It is for this reason that although Rashi begins his statement in the plural form, with the expression “part of his countrytransgresses (sarcha),” he finishes his sentence saying that there was one sinner.
It is concerning this point that it is pertinent to point out the allegory underlining the difference between a mortal king and G-d, who knows man’s thoughts.
A mortal king, who cannot know who the instigator and the one that fueled the rebellion is, must punish them all equally, as they all transgressed. However, G-d, who knows the thoughts of man, is able to determine who the truly rebellious one is and who the followers are.
It is therefore understood why this allegory is not brought with the incident of Avraham in his plea to G-d not to destroy the city of Sedom.
There, Avraham’s argument was, “Will You even destroy the righteous with the wicked?” Avraham was essentially requesting for G-d not to destroy those who are completely righteous.
Concerning the episode of Korach however, Moshe was arguing that even those that indeed transgressed should not be destroyed as well, as there is a focal difference in the severity of the sin of those who are rebellious and those who are merely followers.
It is this point that is expressed in the allegory, which is not pertinent to Avraham’s argument with the Almighty.
One man sinned
As a continuation to this idea Rashi writes, “[one man] is the sinner, shall You be angry with the whole congregation?”
All the above-mentioned questions on this second commentary are predicated on the assumption that this is a separate commentary from the first. The difficulties posed regarding Rashi’s explanation here concerned the fact that not only did this next commentary seem superfluous, but that it did not at all focus on the words of the verse.
However, in the first print of Rashi’s commentary on the Torah, these two explanations are not disconnected, but are actually appear as one long comment and should read as follows:
[G-d who] knows the thoughts [of every man]. Your attributes are not like those of earthly beings. A mortal king against whom part of his country transgresses does not know who the sinner is, and, therefore, when he is angry, he metes out punishment upon them all. But as for You, all thoughts are revealed before You, and You know who the sinner is: one man is the sinner, shall You be angry with the whole congregation? The Holy One, blessed be He, said, “You have spoken well. I know and will make known who sinned and who did not sin.”
Rashi, Bamidbar 16:22, First Edition
Based on this simple correction, all of the questions fall away, as instead of this commentary of Rashi being a separate explanation of the words “if one man sins,” as previously assumed, it is instead the conclusion of Moshe’s argument against G-d and G-d’s response.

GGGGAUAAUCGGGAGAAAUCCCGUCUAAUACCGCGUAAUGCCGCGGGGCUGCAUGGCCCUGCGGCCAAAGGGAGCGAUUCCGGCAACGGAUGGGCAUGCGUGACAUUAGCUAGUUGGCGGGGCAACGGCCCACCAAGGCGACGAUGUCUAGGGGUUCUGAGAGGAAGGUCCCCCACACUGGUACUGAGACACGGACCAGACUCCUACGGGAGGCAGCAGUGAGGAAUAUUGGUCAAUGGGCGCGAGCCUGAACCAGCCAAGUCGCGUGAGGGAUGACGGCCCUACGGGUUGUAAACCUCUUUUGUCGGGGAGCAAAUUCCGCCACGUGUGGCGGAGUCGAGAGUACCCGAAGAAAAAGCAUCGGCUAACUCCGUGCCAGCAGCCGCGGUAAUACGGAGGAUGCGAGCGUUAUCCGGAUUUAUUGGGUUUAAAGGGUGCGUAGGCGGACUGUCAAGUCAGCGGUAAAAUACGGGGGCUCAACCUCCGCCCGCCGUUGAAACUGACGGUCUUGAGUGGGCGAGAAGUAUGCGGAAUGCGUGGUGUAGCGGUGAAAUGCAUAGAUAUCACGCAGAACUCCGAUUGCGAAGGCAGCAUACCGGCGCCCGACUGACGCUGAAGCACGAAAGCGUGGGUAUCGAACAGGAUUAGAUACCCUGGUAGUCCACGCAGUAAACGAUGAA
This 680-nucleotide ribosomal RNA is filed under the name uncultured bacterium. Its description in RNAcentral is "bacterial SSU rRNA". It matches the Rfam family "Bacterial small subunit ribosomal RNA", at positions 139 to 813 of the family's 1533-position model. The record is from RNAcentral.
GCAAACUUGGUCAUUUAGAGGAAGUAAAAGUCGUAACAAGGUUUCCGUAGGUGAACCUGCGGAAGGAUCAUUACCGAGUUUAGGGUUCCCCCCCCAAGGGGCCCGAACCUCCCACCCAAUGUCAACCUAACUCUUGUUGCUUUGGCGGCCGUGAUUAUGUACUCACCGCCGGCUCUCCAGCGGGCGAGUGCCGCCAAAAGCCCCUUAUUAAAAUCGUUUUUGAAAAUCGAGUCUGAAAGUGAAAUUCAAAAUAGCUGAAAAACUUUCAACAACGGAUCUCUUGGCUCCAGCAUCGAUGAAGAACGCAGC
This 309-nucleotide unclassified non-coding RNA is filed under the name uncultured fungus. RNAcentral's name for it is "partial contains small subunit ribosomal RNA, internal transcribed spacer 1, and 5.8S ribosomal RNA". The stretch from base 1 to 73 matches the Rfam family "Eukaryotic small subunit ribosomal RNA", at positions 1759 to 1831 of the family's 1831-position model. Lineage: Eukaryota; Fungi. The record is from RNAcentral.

The bottom line of Moshe’s argument was, that being that there is only one individual who was rebellious, there is no reason to equally punish everyone.
G-d answered Moshe’s claim saying, “You have spoken well. I know and will make known who sinned and who did not sin.”
While G-d did agree to Moshe’s general claim, that because He knows who was rebellious and who were followers not everyone should be punished, G-d however disagreed with part of Moshe’s claim.
For, while Moshe thought that only one individual was rebellious, G-d knew that there were more. So whereas in Moshe’s statement he declared, “one man is the sinner,” in G-d’s statement He replied, “I know (differently) and I will make known who sinned,” in the plural.
This response articulated the mistake in Moshe’s assumption. While Moshe stated that only one individual—Korach—rebelled, G-d’s statement, “I know…who sinned,” conveyed that there were additional individuals at fault. G-d made it clear that not only did Korach rebel, but Dasan and Aviram rebelled as well.
This is expressed in the following verse:
The Lord spoke to Moshe saying, “Speak to the congregation saying: ‘Withdraw from the dwelling of Korach, Dasan and Aviram.'”
As an answer to Moshe’s argument with G-d, G-d responded that He would indeed destroy the perpetrators and not the followers. But, whereas Moshe believed that there was only one instigator, G-d expressed that there were three.
The lesson that we are to learn in our service of G-d is as follows: Though we may observe people in whom it is difficult to find any merit for them, we should do our utmost to see their good.
This is expressed in the fact that although Moshe saw the manner in which Dasan and Aviram acted, he nevertheless believed them to be followers and not rabble-rousers themselves.
When Moshe called Dasan and Aviram to come to him, they replied with tremendous audacity:
Moshe sent to call Dasan and Aviram, the sons of Eliav, but they said, “We will not go up. Is it not enough that you have brought us out of a land flowing with milk and honey to kill us in the desert, that you should also exercise authority over us? You have not even brought us to a land flowing with milk and honey, nor have you given us an inheritance of fields and vineyards. Even if you gouge out the eyes of those men, we will not go up.”
Notwithstanding their tremendous impudence, Moshe nevertheless judged them positively, and assumed that they were not instigators of the rebellion against him but followers.
From this virtue of Moshe’s we should take a lesson as to the extent that we should judge our fellow positively. Although it may seem that our fellow’s actions are such that no merit can be found for them, we should nevertheless try to see them in a positive light and as a result thereof, return them to a proper path.
(Based on Likutei Sichos 13, Korach 1, reworked by Rabbi Dovid Markel.)
 See Rashi, Bereishis 18:23.
 Bamidbar Rabba 11.
 Bamidbar 16:19.
 Bereishis 18:23.